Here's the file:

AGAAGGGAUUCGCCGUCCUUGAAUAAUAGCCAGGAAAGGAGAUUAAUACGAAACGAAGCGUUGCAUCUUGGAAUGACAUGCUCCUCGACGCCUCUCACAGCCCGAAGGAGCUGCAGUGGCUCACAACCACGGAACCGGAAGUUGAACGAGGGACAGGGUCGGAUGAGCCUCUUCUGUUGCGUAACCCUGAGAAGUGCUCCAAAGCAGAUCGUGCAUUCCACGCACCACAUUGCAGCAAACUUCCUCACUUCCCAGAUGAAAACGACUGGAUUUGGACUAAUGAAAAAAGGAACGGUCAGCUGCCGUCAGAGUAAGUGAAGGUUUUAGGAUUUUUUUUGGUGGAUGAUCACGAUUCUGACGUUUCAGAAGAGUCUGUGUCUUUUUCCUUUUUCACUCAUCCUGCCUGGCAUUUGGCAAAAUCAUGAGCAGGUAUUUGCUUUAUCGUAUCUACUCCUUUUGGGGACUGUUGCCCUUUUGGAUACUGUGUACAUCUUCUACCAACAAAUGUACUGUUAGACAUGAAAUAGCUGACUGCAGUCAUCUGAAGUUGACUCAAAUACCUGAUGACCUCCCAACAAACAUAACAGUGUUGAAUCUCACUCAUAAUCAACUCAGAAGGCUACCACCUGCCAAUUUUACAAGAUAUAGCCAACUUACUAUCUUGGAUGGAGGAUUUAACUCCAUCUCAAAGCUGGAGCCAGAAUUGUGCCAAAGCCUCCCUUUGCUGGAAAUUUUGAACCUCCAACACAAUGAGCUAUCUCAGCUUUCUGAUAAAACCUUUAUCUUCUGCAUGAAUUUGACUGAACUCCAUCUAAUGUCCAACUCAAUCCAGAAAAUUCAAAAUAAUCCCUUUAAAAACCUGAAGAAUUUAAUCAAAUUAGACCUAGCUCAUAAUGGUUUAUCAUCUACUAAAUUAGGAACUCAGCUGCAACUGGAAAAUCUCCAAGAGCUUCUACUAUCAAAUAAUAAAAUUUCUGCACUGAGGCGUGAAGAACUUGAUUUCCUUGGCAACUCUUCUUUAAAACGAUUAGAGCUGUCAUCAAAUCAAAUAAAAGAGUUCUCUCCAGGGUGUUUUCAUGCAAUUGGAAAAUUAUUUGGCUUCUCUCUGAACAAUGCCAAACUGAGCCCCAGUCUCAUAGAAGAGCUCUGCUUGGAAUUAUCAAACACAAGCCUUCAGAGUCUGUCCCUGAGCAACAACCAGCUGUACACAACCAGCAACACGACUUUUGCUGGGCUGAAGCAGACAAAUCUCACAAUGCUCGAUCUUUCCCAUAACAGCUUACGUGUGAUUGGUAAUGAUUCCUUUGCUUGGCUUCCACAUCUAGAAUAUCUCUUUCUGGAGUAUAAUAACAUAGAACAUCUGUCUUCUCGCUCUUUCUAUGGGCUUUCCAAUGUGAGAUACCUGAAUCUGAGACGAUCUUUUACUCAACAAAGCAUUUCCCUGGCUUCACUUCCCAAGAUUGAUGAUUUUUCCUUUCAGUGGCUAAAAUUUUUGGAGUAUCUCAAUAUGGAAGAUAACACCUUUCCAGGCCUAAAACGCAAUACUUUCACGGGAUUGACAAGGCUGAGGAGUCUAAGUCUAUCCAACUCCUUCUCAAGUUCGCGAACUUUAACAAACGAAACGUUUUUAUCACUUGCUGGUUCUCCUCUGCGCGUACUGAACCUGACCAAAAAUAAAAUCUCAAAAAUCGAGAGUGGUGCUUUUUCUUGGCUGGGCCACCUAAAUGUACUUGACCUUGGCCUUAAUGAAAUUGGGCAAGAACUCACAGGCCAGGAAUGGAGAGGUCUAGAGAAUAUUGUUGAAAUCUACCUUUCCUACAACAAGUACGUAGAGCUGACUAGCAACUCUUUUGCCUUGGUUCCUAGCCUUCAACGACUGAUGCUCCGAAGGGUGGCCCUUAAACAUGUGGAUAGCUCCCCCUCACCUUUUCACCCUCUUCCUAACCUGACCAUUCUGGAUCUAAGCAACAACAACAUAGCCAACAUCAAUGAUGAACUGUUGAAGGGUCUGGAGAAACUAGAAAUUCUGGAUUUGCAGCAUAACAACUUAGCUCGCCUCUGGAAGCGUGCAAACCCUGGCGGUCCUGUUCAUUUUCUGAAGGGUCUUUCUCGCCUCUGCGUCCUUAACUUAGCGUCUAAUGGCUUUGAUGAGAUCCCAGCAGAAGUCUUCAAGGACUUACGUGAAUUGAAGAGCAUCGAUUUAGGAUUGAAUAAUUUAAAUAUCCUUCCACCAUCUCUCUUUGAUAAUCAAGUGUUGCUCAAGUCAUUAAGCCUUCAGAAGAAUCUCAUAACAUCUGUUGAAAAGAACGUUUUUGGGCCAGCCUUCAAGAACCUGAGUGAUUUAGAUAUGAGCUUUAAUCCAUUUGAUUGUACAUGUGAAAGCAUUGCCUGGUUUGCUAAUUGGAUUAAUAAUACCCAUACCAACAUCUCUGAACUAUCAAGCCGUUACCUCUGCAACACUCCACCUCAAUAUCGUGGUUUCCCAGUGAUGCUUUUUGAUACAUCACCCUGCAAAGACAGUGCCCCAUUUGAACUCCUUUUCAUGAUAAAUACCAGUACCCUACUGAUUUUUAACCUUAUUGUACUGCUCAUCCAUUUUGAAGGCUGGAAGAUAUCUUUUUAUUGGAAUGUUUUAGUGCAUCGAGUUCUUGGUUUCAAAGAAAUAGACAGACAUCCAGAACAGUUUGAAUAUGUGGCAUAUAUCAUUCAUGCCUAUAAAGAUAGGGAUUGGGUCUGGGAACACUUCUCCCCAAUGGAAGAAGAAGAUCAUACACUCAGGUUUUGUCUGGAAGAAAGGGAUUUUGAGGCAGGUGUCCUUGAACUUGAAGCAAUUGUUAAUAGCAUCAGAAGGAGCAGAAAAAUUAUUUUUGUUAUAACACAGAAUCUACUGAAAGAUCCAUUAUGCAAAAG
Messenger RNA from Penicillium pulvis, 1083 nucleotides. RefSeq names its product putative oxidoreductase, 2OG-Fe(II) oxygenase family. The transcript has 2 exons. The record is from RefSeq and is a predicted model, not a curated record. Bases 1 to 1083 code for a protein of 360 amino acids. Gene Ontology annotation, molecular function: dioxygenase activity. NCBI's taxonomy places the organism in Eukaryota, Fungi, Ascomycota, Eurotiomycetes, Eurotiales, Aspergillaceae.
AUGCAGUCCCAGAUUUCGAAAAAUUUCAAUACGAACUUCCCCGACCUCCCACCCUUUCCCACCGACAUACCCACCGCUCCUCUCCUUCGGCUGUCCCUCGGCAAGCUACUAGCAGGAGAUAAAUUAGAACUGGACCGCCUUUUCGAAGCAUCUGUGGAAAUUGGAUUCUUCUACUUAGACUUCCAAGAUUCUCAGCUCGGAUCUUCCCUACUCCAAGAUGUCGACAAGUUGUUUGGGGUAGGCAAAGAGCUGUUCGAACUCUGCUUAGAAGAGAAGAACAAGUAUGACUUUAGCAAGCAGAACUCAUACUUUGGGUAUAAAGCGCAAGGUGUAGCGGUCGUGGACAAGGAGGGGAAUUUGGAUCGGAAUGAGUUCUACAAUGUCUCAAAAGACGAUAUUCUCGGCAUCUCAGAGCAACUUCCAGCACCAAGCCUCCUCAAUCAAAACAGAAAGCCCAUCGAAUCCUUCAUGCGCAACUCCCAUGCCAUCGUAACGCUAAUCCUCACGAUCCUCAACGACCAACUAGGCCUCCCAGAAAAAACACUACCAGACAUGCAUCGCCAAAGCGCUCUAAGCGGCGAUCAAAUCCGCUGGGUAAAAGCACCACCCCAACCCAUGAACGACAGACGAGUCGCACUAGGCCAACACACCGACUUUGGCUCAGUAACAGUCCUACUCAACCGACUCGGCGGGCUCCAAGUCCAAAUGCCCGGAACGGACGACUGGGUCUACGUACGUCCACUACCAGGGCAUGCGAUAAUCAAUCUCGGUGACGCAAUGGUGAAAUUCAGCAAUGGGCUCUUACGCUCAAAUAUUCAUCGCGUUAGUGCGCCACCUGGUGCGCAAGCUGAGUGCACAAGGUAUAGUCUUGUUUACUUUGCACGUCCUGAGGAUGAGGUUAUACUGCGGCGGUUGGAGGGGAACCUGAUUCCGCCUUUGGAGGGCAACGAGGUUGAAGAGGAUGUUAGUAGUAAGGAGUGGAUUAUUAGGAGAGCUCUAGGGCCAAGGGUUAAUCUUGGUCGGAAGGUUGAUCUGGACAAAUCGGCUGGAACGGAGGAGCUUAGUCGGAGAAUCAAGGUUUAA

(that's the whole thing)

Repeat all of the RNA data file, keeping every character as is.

AGAAGGGAUUCGCCGUCCUUGAAUAAUAGCCAGGAAAGGAGAUUAAUACGAAACGAAGCGUUGCAUCUUGGAAUGACAUGCUCCUCGACGCCUCUCACAGCCCGAAGGAGCUGCAGUGGCUCACAACCACGGAACCGGAAGUUGAACGAGGGACAGGGUCGGAUGAGCCUCUUCUGUUGCGUAACCCUGAGAAGUGCUCCAAAGCAGAUCGUGCAUUCCACGCACCACAUUGCAGCAAACUUCCUCACUUCCCAGAUGAAAACGACUGGAUUUGGACUAAUGAAAAAAGGAACGGUCAGCUGCCGUCAGAGUAAGUGAAGGUUUUAGGAUUUUUUUUGGUGGAUGAUCACGAUUCUGACGUUUCAGAAGAGUCUGUGUCUUUUUCCUUUUUCACUCAUCCUGCCUGGCAUUUGGCAAAAUCAUGAGCAGGUAUUUGCUUUAUCGUAUCUACUCCUUUUGGGGACUGUUGCCCUUUUGGAUACUGUGUACAUCUUCUACCAACAAAUGUACUGUUAGACAUGAAAUAGCUGACUGCAGUCAUCUGAAGUUGACUCAAAUACCUGAUGACCUCCCAACAAACAUAACAGUGUUGAAUCUCACUCAUAAUCAACUCAGAAGGCUACCACCUGCCAAUUUUACAAGAUAUAGCCAACUUACUAUCUUGGAUGGAGGAUUUAACUCCAUCUCAAAGCUGGAGCCAGAAUUGUGCCAAAGCCUCCCUUUGCUGGAAAUUUUGAACCUCCAACACAAUGAGCUAUCUCAGCUUUCUGAUAAAACCUUUAUCUUCUGCAUGAAUUUGACUGAACUCCAUCUAAUGUCCAACUCAAUCCAGAAAAUUCAAAAUAAUCCCUUUAAAAACCUGAAGAAUUUAAUCAAAUUAGACCUAGCUCAUAAUGGUUUAUCAUCUACUAAAUUAGGAACUCAGCUGCAACUGGAAAAUCUCCAAGAGCUUCUACUAUCAAAUAAUAAAAUUUCUGCACUGAGGCGUGAAGAACUUGAUUUCCUUGGCAACUCUUCUUUAAAACGAUUAGAGCUGUCAUCAAAUCAAAUAAAAGAGUUCUCUCCAGGGUGUUUUCAUGCAAUUGGAAAAUUAUUUGGCUUCUCUCUGAACAAUGCCAAACUGAGCCCCAGUCUCAUAGAAGAGCUCUGCUUGGAAUUAUCAAACACAAGCCUUCAGAGUCUGUCCCUGAGCAACAACCAGCUGUACACAACCAGCAACACGACUUUUGCUGGGCUGAAGCAGACAAAUCUCACAAUGCUCGAUCUUUCCCAUAACAGCUUACGUGUGAUUGGUAAUGAUUCCUUUGCUUGGCUUCCACAUCUAGAAUAUCUCUUUCUGGAGUAUAAUAACAUAGAACAUCUGUCUUCUCGCUCUUUCUAUGGGCUUUCCAAUGUGAGAUACCUGAAUCUGAGACGAUCUUUUACUCAACAAAGCAUUUCCCUGGCUUCACUUCCCAAGAUUGAUGAUUUUUCCUUUCAGUGGCUAAAAUUUUUGGAGUAUCUCAAUAUGGAAGAUAACACCUUUCCAGGCCUAAAACGCAAUACUUUCACGGGAUUGACAAGGCUGAGGAGUCUAAGUCUAUCCAACUCCUUCUCAAGUUCGCGAACUUUAACAAACGAAACGUUUUUAUCACUUGCUGGUUCUCCUCUGCGCGUACUGAACCUGACCAAAAAUAAAAUCUCAAAAAUCGAGAGUGGUGCUUUUUCUUGGCUGGGCCACCUAAAUGUACUUGACCUUGGCCUUAAUGAAAUUGGGCAAGAACUCACAGGCCAGGAAUGGAGAGGUCUAGAGAAUAUUGUUGAAAUCUACCUUUCCUACAACAAGUACGUAGAGCUGACUAGCAACUCUUUUGCCUUGGUUCCUAGCCUUCAACGACUGAUGCUCCGAAGGGUGGCCCUUAAACAUGUGGAUAGCUCCCCCUCACCUUUUCACCCUCUUCCUAACCUGACCAUUCUGGAUCUAAGCAACAACAACAUAGCCAACAUCAAUGAUGAACUGUUGAAGGGUCUGGAGAAACUAGAAAUUCUGGAUUUGCAGCAUAACAACUUAGCUCGCCUCUGGAAGCGUGCAAACCCUGGCGGUCCUGUUCAUUUUCUGAAGGGUCUUUCUCGCCUCUGCGUCCUUAACUUAGCGUCUAAUGGCUUUGAUGAGAUCCCAGCAGAAGUCUUCAAGGACUUACGUGAAUUGAAGAGCAUCGAUUUAGGAUUGAAUAAUUUAAAUAUCCUUCCACCAUCUCUCUUUGAUAAUCAAGUGUUGCUCAAGUCAUUAAGCCUUCAGAAGAAUCUCAUAACAUCUGUUGAAAAGAACGUUUUUGGGCCAGCCUUCAAGAACCUGAGUGAUUUAGAUAUGAGCUUUAAUCCAUUUGAUUGUACAUGUGAAAGCAUUGCCUGGUUUGCUAAUUGGAUUAAUAAUACCCAUACCAACAUCUCUGAACUAUCAAGCCGUUACCUCUGCAACACUCCACCUCAAUAUCGUGGUUUCCCAGUGAUGCUUUUUGAUACAUCACCCUGCAAAGACAGUGCCCCAUUUGAACUCCUUUUCAUGAUAAAUACCAGUACCCUACUGAUUUUUAACCUUAUUGUACUGCUCAUCCAUUUUGAAGGCUGGAAGAUAUCUUUUUAUUGGAAUGUUUUAGUGCAUCGAGUUCUUGGUUUCAAAGAAAUAGACAGACAUCCAGAACAGUUUGAAUAUGUGGCAUAUAUCAUUCAUGCCUAUAAAGAUAGGGAUUGGGUCUGGGAACACUUCUCCCCAAUGGAAGAAGAAGAUCAUACACUCAGGUUUUGUCUGGAAGAAAGGGAUUUUGAGGCAGGUGUCCUUGAACUUGAAGCAAUUGUUAAUAGCAUCAGAAGGAGCAGAAAAAUUAUUUUUGUUAUAACACAGAAUCUACUGAAAGAUCCAUUAUGCAAAAG
Messenger RNA from Penicillium pulvis, 1083 nucleotides. RefSeq names its product putative oxidoreductase, 2OG-Fe(II) oxygenase family. The transcript has 2 exons. The record is from RefSeq and is a predicted model, not a curated record. Bases 1 to 1083 code for a protein of 360 amino acids. Gene Ontology annotation, molecular function: dioxygenase activity. NCBI's taxonomy places the organism in Eukaryota, Fungi, Ascomycota, Eurotiomycetes, Eurotiales, Aspergillaceae.
AUGCAGUCCCAGAUUUCGAAAAAUUUCAAUACGAACUUCCCCGACCUCCCACCCUUUCCCACCGACAUACCCACCGCUCCUCUCCUUCGGCUGUCCCUCGGCAAGCUACUAGCAGGAGAUAAAUUAGAACUGGACCGCCUUUUCGAAGCAUCUGUGGAAAUUGGAUUCUUCUACUUAGACUUCCAAGAUUCUCAGCUCGGAUCUUCCCUACUCCAAGAUGUCGACAAGUUGUUUGGGGUAGGCAAAGAGCUGUUCGAACUCUGCUUAGAAGAGAAGAACAAGUAUGACUUUAGCAAGCAGAACUCAUACUUUGGGUAUAAAGCGCAAGGUGUAGCGGUCGUGGACAAGGAGGGGAAUUUGGAUCGGAAUGAGUUCUACAAUGUCUCAAAAGACGAUAUUCUCGGCAUCUCAGAGCAACUUCCAGCACCAAGCCUCCUCAAUCAAAACAGAAAGCCCAUCGAAUCCUUCAUGCGCAACUCCCAUGCCAUCGUAACGCUAAUCCUCACGAUCCUCAACGACCAACUAGGCCUCCCAGAAAAAACACUACCAGACAUGCAUCGCCAAAGCGCUCUAAGCGGCGAUCAAAUCCGCUGGGUAAAAGCACCACCCCAACCCAUGAACGACAGACGAGUCGCACUAGGCCAACACACCGACUUUGGCUCAGUAACAGUCCUACUCAACCGACUCGGCGGGCUCCAAGUCCAAAUGCCCGGAACGGACGACUGGGUCUACGUACGUCCACUACCAGGGCAUGCGAUAAUCAAUCUCGGUGACGCAAUGGUGAAAUUCAGCAAUGGGCUCUUACGCUCAAAUAUUCAUCGCGUUAGUGCGCCACCUGGUGCGCAAGCUGAGUGCACAAGGUAUAGUCUUGUUUACUUUGCACGUCCUGAGGAUGAGGUUAUACUGCGGCGGUUGGAGGGGAACCUGAUUCCGCCUUUGGAGGGCAACGAGGUUGAAGAGGAUGUUAGUAGUAAGGAGUGGAUUAUUAGGAGAGCUCUAGGGCCAAGGGUUAAUCUUGGUCGGAAGGUUGAUCUGGACAAAUCGGCUGGAACGGAGGAGCUUAGUCGGAGAAUCAAGGUUUAA